The Round Table

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The Round Table (ISSN: 0035-8533) was founded in 1910 and is Britain's oldest international affairs journal. It provides analysis and commentary on all aspects of international affairs. The journal is the major source for coverage of policy issues concerning the contemporary Commonwealth and its role in international affairs, with occasional articles on themes of historical interest. [1]

The journal produces six issues a year and is published by Routledge publishers.

According to Carroll Quigley:

The second important propaganda effort of the Milner Group in the period after 1909 was The Round Table. This was part of an effort by the circle of the Milner Group to accomplish for the whole Empire what they had just done for South Africa. The leaders were Philip Kerr in London, as secretary of the London group, and Lionel Curtis throughout the world, as organizing secretary for the whole movement, but most of the members of the Kindergarten cooperated in the project. The plan of procedure was the same as that which had worked so successfully in South Africa - that is, to form local groups of influential men to agitate for imperial federation and to keep in touch with these groups by correspondence and by the circulation of a periodical. As in South Africa, the original cost of the periodical was paid by Abe Bailey. This journal, issued quarterly, was called The Round Table and the same name was applied to the local groups.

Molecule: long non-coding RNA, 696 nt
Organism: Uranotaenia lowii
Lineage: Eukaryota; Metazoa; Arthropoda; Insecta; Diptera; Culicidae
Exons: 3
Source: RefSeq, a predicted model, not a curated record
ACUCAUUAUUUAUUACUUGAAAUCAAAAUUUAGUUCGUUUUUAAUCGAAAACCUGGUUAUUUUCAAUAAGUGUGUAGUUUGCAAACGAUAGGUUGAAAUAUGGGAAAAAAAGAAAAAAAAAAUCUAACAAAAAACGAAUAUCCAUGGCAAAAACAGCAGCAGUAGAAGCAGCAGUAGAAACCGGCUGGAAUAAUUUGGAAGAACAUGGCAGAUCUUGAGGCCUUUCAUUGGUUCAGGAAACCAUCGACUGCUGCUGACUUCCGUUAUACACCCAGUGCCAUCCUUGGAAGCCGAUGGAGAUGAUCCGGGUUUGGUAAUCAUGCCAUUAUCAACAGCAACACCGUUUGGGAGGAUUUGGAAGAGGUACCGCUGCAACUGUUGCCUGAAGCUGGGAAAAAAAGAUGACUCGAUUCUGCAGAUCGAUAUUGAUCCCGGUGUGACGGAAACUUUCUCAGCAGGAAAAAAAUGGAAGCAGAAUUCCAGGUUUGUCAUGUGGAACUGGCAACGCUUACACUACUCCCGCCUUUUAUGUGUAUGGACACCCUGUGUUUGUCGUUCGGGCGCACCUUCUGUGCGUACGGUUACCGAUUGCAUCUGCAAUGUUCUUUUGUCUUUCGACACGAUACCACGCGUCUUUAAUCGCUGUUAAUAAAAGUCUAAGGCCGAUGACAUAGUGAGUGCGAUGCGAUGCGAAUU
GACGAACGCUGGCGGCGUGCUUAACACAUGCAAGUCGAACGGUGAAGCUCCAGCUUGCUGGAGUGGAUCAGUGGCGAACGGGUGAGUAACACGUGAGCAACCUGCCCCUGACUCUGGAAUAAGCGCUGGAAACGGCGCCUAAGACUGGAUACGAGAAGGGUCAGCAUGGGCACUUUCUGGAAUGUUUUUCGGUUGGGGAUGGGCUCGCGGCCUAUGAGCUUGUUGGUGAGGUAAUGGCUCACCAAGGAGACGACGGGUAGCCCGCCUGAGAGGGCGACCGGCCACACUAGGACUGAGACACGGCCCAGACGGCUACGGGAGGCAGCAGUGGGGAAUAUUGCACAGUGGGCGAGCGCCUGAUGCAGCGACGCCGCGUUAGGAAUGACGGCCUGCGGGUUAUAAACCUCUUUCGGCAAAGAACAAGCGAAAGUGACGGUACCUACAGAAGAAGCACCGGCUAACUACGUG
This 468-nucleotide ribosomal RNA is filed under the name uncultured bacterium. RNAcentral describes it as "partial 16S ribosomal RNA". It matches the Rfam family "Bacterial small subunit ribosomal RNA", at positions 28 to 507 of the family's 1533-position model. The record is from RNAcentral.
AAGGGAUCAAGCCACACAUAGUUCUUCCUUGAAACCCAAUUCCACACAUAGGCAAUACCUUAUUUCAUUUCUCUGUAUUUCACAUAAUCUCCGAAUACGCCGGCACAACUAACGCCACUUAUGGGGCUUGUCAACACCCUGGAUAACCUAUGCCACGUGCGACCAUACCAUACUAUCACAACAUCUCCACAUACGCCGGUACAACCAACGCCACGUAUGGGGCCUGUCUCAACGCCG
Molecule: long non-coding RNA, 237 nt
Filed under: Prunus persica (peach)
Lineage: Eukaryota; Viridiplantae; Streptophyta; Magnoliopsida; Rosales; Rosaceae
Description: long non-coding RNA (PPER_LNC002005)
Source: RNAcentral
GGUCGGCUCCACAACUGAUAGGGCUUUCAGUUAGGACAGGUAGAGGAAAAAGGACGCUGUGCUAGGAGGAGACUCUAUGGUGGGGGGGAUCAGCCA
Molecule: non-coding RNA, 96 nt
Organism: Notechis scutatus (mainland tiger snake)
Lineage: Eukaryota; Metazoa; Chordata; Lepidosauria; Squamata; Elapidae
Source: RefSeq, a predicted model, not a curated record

Of these local groups, the most important by far was the one in London. In this, Kerr and Brand were the chief figures. The other local groups, also called Round Tables, were set up by Lionel Curtis and others in South Africa, in Canada, in New Zealand, in Australia, and, in a rather rudimentary fashion and somewhat later, in India.
The reasons for doing this were described by Curtis himself in 1917 in A Letter to the People of India, as follows: "We feared that South Africa might abstain from a future war with Germany, on the grounds that they had not participated in the decision to make war. ... Confronted by this dilemma at the very moment of attaining Dominion self-government, we thought it would be wise to ask people in the oldest and most experienced of all Dominions what they thought of the matter. So in 1909, Mr. Kerr and I went to Canada and persuaded Mr. Marris, who was then on leave, to accompany us." On this trip the three young men covered a good portion of the Dominion.[1]


Circa 2015


Assistant Editor

Editorial Board


The Round Table website


^ Carroll Quigley The Anglo-American Establishment: From Rhodes to Cliveden, Books In Focus, New York 1981. p.117

  1. Aims and Scope The Round Table Taylor & Francis Online, accessed 12 January 2015